Onus of infrastructure driven growth rests on financial sector – Chief Economic Adviser, GoI

New Delhi: Dr KV Subramanian, Chief Economic Adviser, Govt of India today stressed that there is a significant need for India to focus on infrastructure spending.

Addressing the virtual session on ‘Distressed Debt in Indian Infrastructure Sector – Special focus on EPC’, organized by FICCI, Dr Subramanian said that the country is now focusing on growth through infrastructure in a sustained manner. “This is the time when the financial sector should take leadership role and assume the onerous responsibility for infrastructure growth. For the macro economy, financial sector plays a very critical role,” he added.

Speaking on the distress in the infrastructure sector, Dr Subramanian said that since the early 1990s the key problem of the Indian banking sector has been the quality of lending, especially of large loans.

“Banks need to ensure that capital allocation to the infrastructure sector is to credit worthy borrowers. Crony lending has been a problem in the banking system. The Economic Survey also highlighted that the banking sector’s problems originated from large loans that were not necessarily lent to the most credit worthy borrowers. This problem gets far more accentuated in the context of infrastructure. Financial institutions especially need to be working on this,” he added.

Speaking of infrastructure sector, Dr Subramanian further emphasized, “Crony lending is the elephant in the room that we have to acknowledge. Financial sector in India has to take responsibility that it is the ultimate arbiter of capital and ensure optimal capital allocation.”

Dr MS Sahoo, Chairperson, Insolvency and Bankruptcy Board of India said that distilling the essence of IBC, and with support of IPs and CoCs, a greater number of EPC companies can accomplish successful resolution under IBC. The law is an enabler for a rescue mechanism in the market economy. “Stakeholders must be sensitised that value maximisation is not regardless of concerns of others in the ecosystem. There should not be undue fixation on a formula-based computation of liquidation value,” he added.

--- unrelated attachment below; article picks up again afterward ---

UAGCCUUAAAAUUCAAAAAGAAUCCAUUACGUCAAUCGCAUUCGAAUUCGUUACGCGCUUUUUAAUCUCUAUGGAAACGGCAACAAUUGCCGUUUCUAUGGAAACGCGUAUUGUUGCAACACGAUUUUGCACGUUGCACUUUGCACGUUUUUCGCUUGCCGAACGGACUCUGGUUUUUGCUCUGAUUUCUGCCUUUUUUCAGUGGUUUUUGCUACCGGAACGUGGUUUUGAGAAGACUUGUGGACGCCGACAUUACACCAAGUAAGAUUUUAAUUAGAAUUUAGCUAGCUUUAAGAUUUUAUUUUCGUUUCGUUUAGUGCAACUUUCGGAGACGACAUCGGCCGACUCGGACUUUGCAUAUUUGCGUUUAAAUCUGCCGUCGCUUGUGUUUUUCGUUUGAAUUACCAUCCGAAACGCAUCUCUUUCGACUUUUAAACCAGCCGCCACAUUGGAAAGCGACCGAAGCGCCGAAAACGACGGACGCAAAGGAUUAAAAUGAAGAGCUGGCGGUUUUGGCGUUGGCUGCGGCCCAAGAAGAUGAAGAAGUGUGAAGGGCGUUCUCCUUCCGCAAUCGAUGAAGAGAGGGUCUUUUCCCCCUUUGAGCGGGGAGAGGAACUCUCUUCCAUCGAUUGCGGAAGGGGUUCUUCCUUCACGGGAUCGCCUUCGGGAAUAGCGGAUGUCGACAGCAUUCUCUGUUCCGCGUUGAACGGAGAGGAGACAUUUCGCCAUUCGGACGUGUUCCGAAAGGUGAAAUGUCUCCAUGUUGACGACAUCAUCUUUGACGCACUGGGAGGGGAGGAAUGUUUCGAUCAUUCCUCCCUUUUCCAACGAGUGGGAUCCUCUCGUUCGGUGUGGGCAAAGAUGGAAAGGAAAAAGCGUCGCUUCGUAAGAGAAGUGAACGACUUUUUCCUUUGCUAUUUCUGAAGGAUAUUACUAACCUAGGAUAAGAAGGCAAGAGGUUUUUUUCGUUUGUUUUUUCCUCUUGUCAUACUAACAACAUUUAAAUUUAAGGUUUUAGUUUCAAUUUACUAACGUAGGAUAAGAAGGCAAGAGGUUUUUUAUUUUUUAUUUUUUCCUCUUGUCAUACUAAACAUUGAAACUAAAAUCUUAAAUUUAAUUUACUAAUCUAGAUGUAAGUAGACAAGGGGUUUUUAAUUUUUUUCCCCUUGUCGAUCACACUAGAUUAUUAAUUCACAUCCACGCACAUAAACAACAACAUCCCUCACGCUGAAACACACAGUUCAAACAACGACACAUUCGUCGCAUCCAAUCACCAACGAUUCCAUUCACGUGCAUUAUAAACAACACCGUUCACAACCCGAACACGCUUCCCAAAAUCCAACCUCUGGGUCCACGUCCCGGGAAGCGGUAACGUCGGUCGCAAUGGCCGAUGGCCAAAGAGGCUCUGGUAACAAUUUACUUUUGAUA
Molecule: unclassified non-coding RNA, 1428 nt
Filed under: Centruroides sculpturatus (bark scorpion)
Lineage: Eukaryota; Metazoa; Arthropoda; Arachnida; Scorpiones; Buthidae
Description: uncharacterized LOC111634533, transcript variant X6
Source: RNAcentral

Mr Rashesh Shah, Past President, FICCI and Chairman & CEO, Edelweiss Group said that infrastructure is the biggest opportunity as well as the biggest challenge in India as we go forward. India has been grappling with the problem of how to divert more long-term capital because this is what the infrastructure sector needs, and the key challenge is to complete the pending infra projects. “REITs, InvITs and Infrastructure debt funds are the new sources of capital in infrastructure sector. Capital infusion and financial engineering would ensure that stressed assets start generating value once again. We have to focus more and more on revival and not just on recoveries and ensure balanced outcome for all stakeholders,” he added.

Mr Shailesh Pathak, CEO, L&T Infrastructure Development Projects Ltd said that in the next 10 years we will see an unprecedented wave of infrastructure constructions. Referring to the recent announcements in the budget, he said, “Asset recycling and asset monetization are welcome steps. It is the government’s rupee that will drive construction and it is the international dollar that will re-finance the government’s rupee.”

Mr Pathak further underscored that contract enforcement and dispute resolution need to be expedited for preventing stress in the EPC sector.

Mr Annat Jain, Founder & MD, Payard Investments said that India cannot achieve its infrastructure ambitions while hundreds of its EPC companies are languishing in insolvency. “Insolvent EPC companies are unique, they own almost no assets of any tangible value, but have disproportionately large fund-based liabilities, itself an outcome of delayed payments from government clients. There is enough recent evidence to show that liquidation of EPC companies in India yields catastrophic outcomes,” he added.

He further added that it would be in the interest of all stakeholders to create fair, practical and innovative resolution plans which can rescue EPC companies from liquidation and simultaneously maximize recoveries for the company’s long-suffering creditors.

Mr Dilip Chenoy, Secretary General, FICCI said that infrastructure is a key pillar of the Indian economy and has always been recognized as one of the most important enablers of economic growth. “Development of this sector assumes significance at this juncture, and it is bound to play a pivotal role going forward,” he added.